Matthews IFA Ltd
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Payment Shock!

The Bank of England launched its Funding for Lending (FLS) scheme on August 1st as it attempts a new initiative to get banks lending and to kick-start the property market.


In recent weeks, four major banks have launched new four or five-year fixed rate mortgage deals at under three per cent. HSBC were the first and were followed by NatWest, Santander and Nationwide.


These historically low rate mortgage products have been launched in part as a result of the FLS. However, there has been some concern that these deals are only available to homeowners with at least 40 per cent equity and that there are as yet few new, better mortgage products available for first-time buyers and homeowners with low levels of equity.


So, how does it work, what are the best deals available for homeowners and will the banks launch more competitive deals for first-time buyers and homeowners with low equity?


Funding for Lending


The scheme works by allowing banks and other financial institutions to borrow money at below market rates as long as they then lend that money to individuals and businesses.


Banks can borrow up to five per cent of their lending stock at just 0.25 per cent for four years as long as they increase their lending. If they do they can then access more of the funds at the lower borrowing rate.


The scheme will be monitored closely and the Bank of England says that banks that do not lend more will be penalised and have to pay 1.5 per cent interest on future borrowing.


The best fixed rate mortgage deals


At the moment the best new deals are on medium to long-term fixed rate mortgage products and not all of the new deals are as a result of the FLS.


Ben Thompson, MD of Legal & General Mortgage Club notes that “HSBC, for example, have said all along that they’re not currently planning to take advantage of the scheme.”


However, most of the sub three per cent four or five-year deals are as a result of an expectation of lower funding costs and lower rates. Swap rates and 3m Libor have both fallen by around a quarter of a percent since the Mansion House Banquet speeches from The Governor and The Chancellor and 3m Libor, currently 0.74%, is still falling.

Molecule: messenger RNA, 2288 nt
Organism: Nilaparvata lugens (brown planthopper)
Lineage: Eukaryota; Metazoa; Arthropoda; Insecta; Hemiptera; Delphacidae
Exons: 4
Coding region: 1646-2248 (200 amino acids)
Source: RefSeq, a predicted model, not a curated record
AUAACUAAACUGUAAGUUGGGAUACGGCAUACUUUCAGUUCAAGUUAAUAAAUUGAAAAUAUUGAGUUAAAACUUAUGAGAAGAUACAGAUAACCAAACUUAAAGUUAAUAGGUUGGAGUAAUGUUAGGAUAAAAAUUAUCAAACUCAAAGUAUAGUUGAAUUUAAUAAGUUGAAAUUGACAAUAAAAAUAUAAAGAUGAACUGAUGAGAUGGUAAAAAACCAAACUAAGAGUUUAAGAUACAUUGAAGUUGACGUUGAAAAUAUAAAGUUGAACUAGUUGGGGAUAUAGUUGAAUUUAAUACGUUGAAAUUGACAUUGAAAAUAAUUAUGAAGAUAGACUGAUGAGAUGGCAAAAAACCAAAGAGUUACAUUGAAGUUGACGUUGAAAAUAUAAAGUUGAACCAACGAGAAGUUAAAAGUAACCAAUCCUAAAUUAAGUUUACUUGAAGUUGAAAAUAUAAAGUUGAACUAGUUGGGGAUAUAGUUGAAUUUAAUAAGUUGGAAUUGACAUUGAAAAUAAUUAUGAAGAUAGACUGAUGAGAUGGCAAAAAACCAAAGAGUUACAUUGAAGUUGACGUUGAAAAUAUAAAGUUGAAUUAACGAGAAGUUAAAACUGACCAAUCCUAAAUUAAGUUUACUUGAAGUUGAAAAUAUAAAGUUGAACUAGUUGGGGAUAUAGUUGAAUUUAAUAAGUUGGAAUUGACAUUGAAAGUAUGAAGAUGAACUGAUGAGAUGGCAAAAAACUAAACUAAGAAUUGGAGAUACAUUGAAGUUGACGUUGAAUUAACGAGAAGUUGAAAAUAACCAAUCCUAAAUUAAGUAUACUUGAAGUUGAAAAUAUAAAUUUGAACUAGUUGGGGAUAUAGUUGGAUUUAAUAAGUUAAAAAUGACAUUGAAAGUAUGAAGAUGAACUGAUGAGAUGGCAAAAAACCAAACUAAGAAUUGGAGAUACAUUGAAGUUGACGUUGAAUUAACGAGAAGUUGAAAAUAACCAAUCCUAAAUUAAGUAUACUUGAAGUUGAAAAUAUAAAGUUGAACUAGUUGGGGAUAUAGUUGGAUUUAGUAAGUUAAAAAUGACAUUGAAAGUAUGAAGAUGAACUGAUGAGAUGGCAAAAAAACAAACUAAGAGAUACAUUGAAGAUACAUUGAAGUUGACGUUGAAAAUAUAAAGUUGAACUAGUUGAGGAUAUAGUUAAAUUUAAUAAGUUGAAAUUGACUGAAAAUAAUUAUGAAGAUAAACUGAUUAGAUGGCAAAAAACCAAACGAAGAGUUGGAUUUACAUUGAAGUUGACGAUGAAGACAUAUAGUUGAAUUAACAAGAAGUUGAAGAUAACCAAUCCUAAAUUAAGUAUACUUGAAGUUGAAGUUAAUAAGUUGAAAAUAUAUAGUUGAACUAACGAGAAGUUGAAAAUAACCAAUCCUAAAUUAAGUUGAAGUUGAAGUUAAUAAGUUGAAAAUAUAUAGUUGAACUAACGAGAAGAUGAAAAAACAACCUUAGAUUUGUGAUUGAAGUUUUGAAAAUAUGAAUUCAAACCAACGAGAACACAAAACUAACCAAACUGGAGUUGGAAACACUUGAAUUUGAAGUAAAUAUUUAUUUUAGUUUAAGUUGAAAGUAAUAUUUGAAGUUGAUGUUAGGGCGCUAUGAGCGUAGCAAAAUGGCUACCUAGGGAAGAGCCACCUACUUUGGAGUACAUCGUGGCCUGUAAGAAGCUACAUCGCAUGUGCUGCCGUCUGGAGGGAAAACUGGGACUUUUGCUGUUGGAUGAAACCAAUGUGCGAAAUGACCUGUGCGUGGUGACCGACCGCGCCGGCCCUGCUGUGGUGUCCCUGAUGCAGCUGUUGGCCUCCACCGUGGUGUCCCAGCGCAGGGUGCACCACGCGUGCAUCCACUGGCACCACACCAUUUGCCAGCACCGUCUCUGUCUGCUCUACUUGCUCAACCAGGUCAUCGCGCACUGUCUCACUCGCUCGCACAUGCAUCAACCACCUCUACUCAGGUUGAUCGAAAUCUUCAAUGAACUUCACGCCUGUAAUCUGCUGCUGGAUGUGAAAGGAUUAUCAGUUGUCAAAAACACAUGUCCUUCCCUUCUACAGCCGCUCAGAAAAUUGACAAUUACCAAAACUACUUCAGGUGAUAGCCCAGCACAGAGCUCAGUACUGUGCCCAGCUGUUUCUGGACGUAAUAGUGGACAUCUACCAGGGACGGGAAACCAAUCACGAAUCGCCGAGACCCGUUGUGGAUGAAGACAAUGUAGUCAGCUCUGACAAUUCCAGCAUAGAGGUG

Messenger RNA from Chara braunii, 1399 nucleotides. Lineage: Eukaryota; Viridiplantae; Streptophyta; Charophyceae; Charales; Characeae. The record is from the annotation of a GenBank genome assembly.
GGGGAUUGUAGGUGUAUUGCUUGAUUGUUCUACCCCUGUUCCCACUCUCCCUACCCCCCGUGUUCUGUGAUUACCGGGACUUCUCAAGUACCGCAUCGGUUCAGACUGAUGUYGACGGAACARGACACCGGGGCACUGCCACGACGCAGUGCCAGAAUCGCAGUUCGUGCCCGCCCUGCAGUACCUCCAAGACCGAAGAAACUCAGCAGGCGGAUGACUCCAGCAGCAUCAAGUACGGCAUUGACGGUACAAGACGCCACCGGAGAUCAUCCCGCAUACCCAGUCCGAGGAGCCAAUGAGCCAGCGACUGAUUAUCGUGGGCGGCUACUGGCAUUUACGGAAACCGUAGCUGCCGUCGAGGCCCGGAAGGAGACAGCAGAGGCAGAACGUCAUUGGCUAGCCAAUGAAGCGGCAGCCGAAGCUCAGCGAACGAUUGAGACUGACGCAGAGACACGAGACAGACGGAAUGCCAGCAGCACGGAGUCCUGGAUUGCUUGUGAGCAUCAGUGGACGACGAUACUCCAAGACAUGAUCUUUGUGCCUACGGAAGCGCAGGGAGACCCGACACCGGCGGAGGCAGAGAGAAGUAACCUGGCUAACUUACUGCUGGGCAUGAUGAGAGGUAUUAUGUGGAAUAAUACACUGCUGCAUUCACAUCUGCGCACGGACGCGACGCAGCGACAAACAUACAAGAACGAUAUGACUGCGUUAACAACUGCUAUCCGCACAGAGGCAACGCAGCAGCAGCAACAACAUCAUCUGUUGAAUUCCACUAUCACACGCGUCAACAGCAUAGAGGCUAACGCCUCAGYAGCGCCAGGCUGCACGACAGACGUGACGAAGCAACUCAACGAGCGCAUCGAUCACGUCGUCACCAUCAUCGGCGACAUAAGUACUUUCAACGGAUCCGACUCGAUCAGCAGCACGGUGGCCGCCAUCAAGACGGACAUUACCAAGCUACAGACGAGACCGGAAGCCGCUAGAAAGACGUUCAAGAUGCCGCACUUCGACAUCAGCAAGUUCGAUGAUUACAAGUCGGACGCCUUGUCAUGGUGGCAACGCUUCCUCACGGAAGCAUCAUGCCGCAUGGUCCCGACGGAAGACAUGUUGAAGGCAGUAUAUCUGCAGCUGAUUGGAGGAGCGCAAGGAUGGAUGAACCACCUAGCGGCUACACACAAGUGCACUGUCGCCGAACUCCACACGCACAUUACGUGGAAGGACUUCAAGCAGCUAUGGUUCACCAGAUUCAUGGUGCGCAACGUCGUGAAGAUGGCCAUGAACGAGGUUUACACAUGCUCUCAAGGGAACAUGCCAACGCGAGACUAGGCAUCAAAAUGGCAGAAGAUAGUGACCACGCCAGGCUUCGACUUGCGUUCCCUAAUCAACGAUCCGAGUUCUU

This has encouraged the cheaper products. HSBC started the ball rolling in mid-July by announcing it was launching a five-year fixed rate deal at just 2.99 per cent for borrowers with a 40 per cent deposit. The product comes with a £1,499 fee.




Santander followed this with a similar deal and fee, but their product is only available to existing current account customers.




NatWest followed next with a 2.95 per cent rate for a five-year fixed rate deal for homeowners with a 40 per cent deposit. However, this product comes with an eye-watering fee of £2,495. However, this could still represent an excellent deal, especially if you are borrowing in excess of £100,000.




This week, Nationwide has launched an alternative by offering a slightly lower rate, 2.89 per cent, over four years which is only available to Flex account holders with a loan-to-value (LTV) ratio of 60 per cent.


An additional product to try to appeal to those with slightly less equity was announced before by Nationwide.


So, it is clear that there is excellent value in the four and five-year fixed rate mortgage market, but are the low wholesale borrowing costs and the FLS going to mean that the mortgage competition price war extends to shorter-term fixed rate deals, other mortgage products and deals for first-time buyers and borrowers with low levels of equity?


Hope for borrowers with less equity?


Ben Thompson from Legal & General believes it will take some time for the same level of competitiveness to filter down to other parts of the market. “The trend that we are seeing where everyone is fighting for the lowest risk customers will continue for quite some time,” he said.


For those needing higher LTVs there is merit in waiting until the market settles down, when we expect better value will be available. Ben Thompson thinks that eventually borrowers with less equity will begin to see cheaper mortgage deals. He said: “Reduced funding costs for the banks will help to reduce rates on all mortgage types eventually. However, for the moment, the fight will stay contained around medium to long term fixes.”


With the launch of these new rates it is already clear that the Funding for Lending Scheme is very quickly proving effective as far as the mortgage market is concerned.


So when is the right time to review your mortgage? It is never easy, but we welcome the opportunity to discuss with clients and potential clients, their personal circumstances, and to gather their thoughts about their finances in general.


Many borrowers assume they can wait until rates rise before taking action, but this is where the theory of payment shock comes into play!


Take the example of a £100,000 interest only mortgage, on a variable rate of 2.5%, with repayments of £208.33 pm.


Currently, you could achieve a 5 year fixed rate of 2.95%, with repayments of £245.83 pm – an increase of £37.50 pm.


When interest rates increase (and they surely will), if the best rate available has risen to 3.99%, for example, then the repayments would rise from £208.33 pm to £332.50 pm – an increase of £124.17 pm.


This payment shock will be a huge issue in the future and will cause families some real problems, so it might be better to move on to a slightly higher fixed rate now, to avoid a huge jump later?


If you would like to consider the possibility of remortgaging, please contact us now and we will be happy to talk you through your options.


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